Posted February 28, 2011on:
So, after Friday evening, I can now say I’ve eaten at two Top Chef restaurants. And not just any Top Chef restaurants….those that are attached to the names Richard Blais and Kevin Gillespie. Both of them made it to the top three of their respective seasons, and after eating at their restaurants, I know exactly why.
Woodfire is expensive, especially since I am on a college student’s budget. But the dinner was a gift from my great-uncle, and definitely quite the treat.
Woodfire is located on Cheshire Bridge Road. Cheshire Bridge is an eclectic mix of sketchy buildings and some really great restaurants. Woodfire is a very unassuming orange building near where Cheshire Bridge intersects Piedmont.
The inside is wonderfully warm, cozy, and inviting. I loved the inside. It wasn’t pretentious, despite the white tablecloths, it just felt very homey. They had some pillows that I fell in love with on all of the booth seating. The restaurant is also a LOT bigger than it looked from the outside.
Everyone inside was very friendly. Our waitress was phenomenal, very nice, prompt, and knowledgeable. The service was really well-timed, and it didn’t take long at all for us to get our drinks and our starters.
Now, Woodfire has a great sounding 5 course tasting menu for $65, with full table participation. Andrew and I opted for drinks, a first course, and a third course so that we wouldn’t go overboard. And I’m glad we did, because everything we ate was amazing and very filling.
For my cocktail (Andrew got a Sweetwater 420), I had something they called the Botanical Garden. It was vodka, lavender syrup, pear liquer, something citrusy (I think, I can’t remember) and club soda. It was incredibly refreshing and delicious, perfect for Spring like evening in the middle of February (I love the South).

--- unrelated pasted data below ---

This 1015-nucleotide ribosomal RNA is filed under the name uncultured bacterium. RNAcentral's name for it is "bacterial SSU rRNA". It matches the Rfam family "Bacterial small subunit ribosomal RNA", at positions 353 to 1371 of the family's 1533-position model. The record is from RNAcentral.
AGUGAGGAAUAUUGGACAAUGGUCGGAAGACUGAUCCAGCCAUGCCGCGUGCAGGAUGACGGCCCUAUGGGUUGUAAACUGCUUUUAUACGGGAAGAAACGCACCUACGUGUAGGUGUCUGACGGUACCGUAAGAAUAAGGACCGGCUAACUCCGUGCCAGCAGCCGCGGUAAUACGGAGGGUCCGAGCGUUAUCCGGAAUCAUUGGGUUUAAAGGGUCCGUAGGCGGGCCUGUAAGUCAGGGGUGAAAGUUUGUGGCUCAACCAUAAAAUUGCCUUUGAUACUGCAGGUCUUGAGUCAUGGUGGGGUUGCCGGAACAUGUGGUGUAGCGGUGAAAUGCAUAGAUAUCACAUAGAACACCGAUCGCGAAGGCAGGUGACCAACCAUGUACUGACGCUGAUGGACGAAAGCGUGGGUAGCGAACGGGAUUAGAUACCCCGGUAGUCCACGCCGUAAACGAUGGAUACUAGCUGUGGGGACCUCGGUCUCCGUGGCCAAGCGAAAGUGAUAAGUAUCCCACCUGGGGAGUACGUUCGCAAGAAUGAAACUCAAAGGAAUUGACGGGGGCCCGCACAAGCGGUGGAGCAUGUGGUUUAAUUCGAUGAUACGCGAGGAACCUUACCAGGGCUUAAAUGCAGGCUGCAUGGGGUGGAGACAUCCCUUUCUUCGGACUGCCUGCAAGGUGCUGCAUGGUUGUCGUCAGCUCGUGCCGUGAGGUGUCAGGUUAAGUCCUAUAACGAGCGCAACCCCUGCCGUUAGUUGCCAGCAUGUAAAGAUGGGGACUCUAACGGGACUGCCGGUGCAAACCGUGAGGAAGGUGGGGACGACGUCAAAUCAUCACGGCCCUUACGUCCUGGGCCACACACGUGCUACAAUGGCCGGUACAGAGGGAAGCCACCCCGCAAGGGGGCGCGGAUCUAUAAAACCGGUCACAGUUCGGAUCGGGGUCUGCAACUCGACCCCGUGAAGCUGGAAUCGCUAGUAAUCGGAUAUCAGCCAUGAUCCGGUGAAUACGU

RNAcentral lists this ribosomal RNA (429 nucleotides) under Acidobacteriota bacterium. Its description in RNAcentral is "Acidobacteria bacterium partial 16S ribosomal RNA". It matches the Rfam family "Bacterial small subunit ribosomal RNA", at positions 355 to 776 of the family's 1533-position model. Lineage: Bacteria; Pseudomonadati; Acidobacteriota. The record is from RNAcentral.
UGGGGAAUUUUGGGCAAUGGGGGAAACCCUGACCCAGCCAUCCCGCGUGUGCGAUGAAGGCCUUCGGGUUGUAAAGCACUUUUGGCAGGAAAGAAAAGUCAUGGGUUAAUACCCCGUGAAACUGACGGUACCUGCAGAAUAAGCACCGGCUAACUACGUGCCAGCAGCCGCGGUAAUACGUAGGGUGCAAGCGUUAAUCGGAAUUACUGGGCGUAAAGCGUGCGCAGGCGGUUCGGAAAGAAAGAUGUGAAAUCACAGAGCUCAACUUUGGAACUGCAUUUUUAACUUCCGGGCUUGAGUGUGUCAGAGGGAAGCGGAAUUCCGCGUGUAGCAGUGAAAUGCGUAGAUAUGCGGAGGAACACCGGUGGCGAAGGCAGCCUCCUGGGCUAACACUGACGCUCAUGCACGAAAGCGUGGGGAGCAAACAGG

We ordered our first and third course, and the chef sent out an amuse bouche. It was beet and microgreens, and something else. Point is, it was the first restaurant I’d been to that served an amuse bouche.
We both ordered the potato and bacon soup for our starter. It was potato and bacon with creme fraiche and crispy potato skins. It was delicious. What I loved was that the potatoes were left in chunks, and not cooked down so much like other potato soups, so the texture was there to cut through the creaminess of the soup. What made it special was the crispy potato skins, but I’m not sure there’s a dish out there that can’t be bettered by crispy potato skins.
I ordered the wood-fire grilled hudson valley duck breast for my entree. It was hands down one of the best dishes I’ve eaten. I generally don’t like duck, but this was so good that my mind may be changed. I had it cooked medium, and the inside of the duck was oh so tender while the outside was perfectly crisped. The wood-fire grill gave it a great smoky flavor as well. The duck was served atop some black-eyed peas flavored with small pieces of sausage. The breast was topped with microgreens, crispy duck cracklings, and a citrus dressing. Everything worked so well together on the plate to create a dish that I might just obsess about a little.
Andrew got a wood-grilled beef striploin. I can’t say anything about it. Sorry, I was way too focused on my duck dish to even remember that he was eating. I might get him to describe it to me. I’ll see if he’ll write about it. And he just described it to me:
“It was some sort of beef with some sort of mint salsa verde, and a creamy sauce. And some vegetables. And it was good. Be sure to put that on there.”
He’s pretty awesome
All in all, Woodfire Grill was one of the best (if not the best) meal I’ve had in Atlanta. Kevin Gillespie is a fantastic chef, and definitely a top chef. His menu is brilliant and inspired. I love that he changes it based on what’s in season, only it makes me wish I could afford to return more times. But I’ll definitely be back as soon as I can.